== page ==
Sowing the Seeds of God's Word–Church Planting
The student newspaper at Concordia University Nebraska is The Sower. I spent a lot of time as a student there working on the newspaper. I wrote articles on everything from Spring Weekend to sporting events, a presidential search to dorm renovations. Rarely did newspaper articles elicit responses in the forms of letters to the editor. But each month, a new batch of articles would be written and a new edition would be published.
Thirty plus years later and I am still writing newsletter articles of which I am unsure how many will people read. That fits with the parable of the Sower that Jesus tells so matter-of-factly, “A sower went out to sow.” Our Lord tells us that the seed that is sown is the Word of God. The sower trusts not in his own abilities to sow, but in the One who gives the growth to the seed. The late Dr. Martin Franzmann writes, “It is a fragile and defenseless word, as defenseless as the Servant-Messiah whom it proclaims. It can be rejected, even as the Servant can be rejected.” (Discipleship, p. 88)
God continues to sow the seed as missionaries and laypeople involved in church planting spread the Word of God far and wide in their communities. Their labors for the Kingdom do not always produce the harvest yield as witnessed at Pentecost, but they are still used by God as “his reckless love scatters abroad the goodly seed.” (Franzmann, LSB 586 v. 3). We do not set out to sow seeds or begin mission work because we are sure that the Word will produce an abundant harvest, but because we are called to be faithful. Dr. Jeffrey Gibbs writes, “One who hears the parable of the Sower will not expect the ministry of Jesus – either in the first century or in the twenty-first century – automatically to be successful in the ways that fallen human nature considers to be success. In our own day, as in the first century, when the message of the reign of God in Jesus is told, it will not always ‘work’ in the sense of attracting droves of believers and not inciting opposition.” (Matthew 11:2-20:34, p. 687)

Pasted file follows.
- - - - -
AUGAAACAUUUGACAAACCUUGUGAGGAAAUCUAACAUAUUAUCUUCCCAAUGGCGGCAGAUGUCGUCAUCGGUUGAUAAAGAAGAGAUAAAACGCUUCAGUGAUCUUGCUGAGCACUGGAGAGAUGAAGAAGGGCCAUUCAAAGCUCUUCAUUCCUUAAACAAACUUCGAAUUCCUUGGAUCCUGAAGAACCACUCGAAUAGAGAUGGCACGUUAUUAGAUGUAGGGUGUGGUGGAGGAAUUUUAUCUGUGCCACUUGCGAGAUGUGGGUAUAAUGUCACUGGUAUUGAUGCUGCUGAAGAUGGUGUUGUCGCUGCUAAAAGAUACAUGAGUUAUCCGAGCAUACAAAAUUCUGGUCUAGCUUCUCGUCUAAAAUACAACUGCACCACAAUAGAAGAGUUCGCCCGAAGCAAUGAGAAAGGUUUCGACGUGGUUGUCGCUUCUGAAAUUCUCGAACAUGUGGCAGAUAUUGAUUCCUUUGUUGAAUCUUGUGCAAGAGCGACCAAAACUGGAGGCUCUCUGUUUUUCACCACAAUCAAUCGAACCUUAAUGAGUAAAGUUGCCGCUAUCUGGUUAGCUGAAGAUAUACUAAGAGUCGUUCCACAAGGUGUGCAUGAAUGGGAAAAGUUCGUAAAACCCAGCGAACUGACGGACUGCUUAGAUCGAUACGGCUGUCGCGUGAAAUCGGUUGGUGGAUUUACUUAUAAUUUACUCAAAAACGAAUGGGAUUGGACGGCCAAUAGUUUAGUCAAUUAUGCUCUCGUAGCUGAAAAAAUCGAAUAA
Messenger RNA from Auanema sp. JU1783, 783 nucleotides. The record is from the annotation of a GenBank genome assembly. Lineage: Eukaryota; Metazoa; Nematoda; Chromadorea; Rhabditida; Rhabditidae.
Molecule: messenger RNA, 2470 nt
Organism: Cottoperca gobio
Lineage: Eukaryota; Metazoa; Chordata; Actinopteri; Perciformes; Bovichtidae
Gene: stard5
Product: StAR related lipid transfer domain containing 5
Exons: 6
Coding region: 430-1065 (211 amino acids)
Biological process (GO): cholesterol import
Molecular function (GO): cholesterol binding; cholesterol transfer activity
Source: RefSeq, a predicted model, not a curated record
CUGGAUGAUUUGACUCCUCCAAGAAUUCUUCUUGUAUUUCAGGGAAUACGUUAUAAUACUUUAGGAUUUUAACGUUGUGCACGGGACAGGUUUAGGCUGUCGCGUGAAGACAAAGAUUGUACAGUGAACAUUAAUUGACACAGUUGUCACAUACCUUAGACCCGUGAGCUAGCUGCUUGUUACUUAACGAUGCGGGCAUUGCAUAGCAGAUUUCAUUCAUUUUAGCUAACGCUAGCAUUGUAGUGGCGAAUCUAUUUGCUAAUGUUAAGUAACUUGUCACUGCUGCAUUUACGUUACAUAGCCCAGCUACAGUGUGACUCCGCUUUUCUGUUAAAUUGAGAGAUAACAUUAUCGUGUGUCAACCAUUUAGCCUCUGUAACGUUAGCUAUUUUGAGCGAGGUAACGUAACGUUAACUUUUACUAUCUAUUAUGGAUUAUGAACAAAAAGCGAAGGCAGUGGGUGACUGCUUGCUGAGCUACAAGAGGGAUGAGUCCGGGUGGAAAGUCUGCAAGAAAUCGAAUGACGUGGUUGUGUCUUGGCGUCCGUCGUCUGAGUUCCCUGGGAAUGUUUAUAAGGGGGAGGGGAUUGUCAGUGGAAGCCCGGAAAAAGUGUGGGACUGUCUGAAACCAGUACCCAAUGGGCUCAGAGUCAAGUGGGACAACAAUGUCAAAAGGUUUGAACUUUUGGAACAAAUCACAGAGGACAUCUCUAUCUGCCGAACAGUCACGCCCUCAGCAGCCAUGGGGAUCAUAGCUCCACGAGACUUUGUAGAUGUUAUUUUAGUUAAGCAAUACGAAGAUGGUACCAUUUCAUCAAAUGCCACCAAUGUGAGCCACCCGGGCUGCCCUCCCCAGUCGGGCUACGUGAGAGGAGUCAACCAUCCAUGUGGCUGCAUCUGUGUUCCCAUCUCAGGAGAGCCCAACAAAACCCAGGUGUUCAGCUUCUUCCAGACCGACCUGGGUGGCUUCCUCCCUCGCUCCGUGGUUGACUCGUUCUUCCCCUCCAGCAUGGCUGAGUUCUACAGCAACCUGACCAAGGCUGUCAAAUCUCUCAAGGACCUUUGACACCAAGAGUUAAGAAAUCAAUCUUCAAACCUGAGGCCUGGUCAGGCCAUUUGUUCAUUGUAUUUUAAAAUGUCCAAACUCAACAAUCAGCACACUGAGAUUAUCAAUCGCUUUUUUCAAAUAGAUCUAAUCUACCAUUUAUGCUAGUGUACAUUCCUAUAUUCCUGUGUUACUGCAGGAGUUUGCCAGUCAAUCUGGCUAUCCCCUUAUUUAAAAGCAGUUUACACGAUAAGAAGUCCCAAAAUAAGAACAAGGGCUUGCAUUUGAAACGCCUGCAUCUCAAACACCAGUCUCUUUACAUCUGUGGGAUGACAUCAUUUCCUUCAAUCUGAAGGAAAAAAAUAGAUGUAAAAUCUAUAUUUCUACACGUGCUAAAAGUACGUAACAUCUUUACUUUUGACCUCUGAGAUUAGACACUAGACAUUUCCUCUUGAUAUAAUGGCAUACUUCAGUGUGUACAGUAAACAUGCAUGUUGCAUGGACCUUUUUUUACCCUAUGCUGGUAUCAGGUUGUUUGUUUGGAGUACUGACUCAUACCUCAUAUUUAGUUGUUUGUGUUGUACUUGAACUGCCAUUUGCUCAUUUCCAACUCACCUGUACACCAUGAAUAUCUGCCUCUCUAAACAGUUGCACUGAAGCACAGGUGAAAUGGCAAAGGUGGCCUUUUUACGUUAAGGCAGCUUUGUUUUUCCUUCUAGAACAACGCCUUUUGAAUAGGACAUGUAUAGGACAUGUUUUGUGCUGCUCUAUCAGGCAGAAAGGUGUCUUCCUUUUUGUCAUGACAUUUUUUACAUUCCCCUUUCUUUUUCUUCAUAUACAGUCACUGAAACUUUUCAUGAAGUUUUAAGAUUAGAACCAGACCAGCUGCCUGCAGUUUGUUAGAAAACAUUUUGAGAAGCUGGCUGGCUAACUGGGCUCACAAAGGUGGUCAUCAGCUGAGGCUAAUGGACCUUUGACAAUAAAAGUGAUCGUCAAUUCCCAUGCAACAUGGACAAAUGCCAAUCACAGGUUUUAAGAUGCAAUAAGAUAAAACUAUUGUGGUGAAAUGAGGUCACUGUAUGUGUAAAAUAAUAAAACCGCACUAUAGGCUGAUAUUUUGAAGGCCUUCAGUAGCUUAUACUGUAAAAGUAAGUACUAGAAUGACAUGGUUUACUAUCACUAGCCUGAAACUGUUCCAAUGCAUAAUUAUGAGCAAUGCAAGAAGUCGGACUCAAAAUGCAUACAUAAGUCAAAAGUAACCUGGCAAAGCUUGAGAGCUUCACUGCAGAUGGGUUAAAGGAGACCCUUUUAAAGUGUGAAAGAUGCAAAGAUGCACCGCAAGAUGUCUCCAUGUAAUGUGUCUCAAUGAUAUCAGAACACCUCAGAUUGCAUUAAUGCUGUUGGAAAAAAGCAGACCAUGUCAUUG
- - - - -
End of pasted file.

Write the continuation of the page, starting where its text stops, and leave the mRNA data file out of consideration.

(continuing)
This issue of The VOICE focuses on the opportunities and even challenges related to Church Planting. More than anything, we invite your prayers for the work of our church planters and the laypeople who assist them in being the instruments by which God recklessly sows the seed of His Word in communities across Missouri. We are thankful for the church planting efforts that are happening across the Missouri District and the ways in which our God is carrying out His mission. From large cities to small towns, there is much for us to give thanks to God in this important work.
Fraternally in Christ,
President Lee Hagan
Rev. Dr. R. Lee Hagan was elected as the fifth president of the Missouri District-LCMS in 2015. He is a 1992 graduate of Concordia College (now University), Seward, Nebraska. He graduated from Concordia Seminary, St. Louis with a Master of Divinity in 1996 and Doctor of Ministry in 2011. Dr. Hagan served as associate pastor of St. Paul’s Lutheran Church in Evansville, Indiana from 1996-2002. In 2002, he was called to serve as senior pastor of St. Paul’s Lutheran Church, Concordia, Missouri until he was elected district president. Additionally, he served as the Interim Director of LCMS Rural and Small Town Mission from 2011-2012. He has previously served as Missouri District first vice-president from 2012-2015, fourth vice-president from 2011-2012, and chairman of the Board for Congregational Services from 2006-2011. He has presented workshops and retreats on a host of ministry topics including elders, rural ministry, outreach and ministry to inactives. He has written articles for Lutheran Witness, Concordia Historical Quarterly and Missio Apostolica. He has led mission trips to Cambodia, China, Guatemala and the Bahamas. Dr. Hagan is married to Jill (nee Johnson), who works as a speech-language pathologist. They have two children, Caroline and Jack.